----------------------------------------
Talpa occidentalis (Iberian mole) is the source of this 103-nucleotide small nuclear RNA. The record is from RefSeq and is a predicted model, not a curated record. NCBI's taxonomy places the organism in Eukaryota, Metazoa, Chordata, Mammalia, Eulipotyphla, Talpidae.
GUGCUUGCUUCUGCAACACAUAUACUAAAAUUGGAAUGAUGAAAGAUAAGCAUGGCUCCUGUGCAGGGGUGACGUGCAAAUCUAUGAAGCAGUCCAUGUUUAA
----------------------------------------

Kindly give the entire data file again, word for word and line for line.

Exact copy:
Talpa occidentalis (Iberian mole) is the source of this 103-nucleotide small nuclear RNA. The record is from RefSeq and is a predicted model, not a curated record. NCBI's taxonomy places the organism in Eukaryota, Metazoa, Chordata, Mammalia, Eulipotyphla, Talpidae.
GUGCUUGCUUCUGCAACACAUAUACUAAAAUUGGAAUGAUGAAAGAUAAGCAUGGCUCCUGUGCAGGGGUGACGUGCAAAUCUAUGAAGCAGUCCAUGUUUAA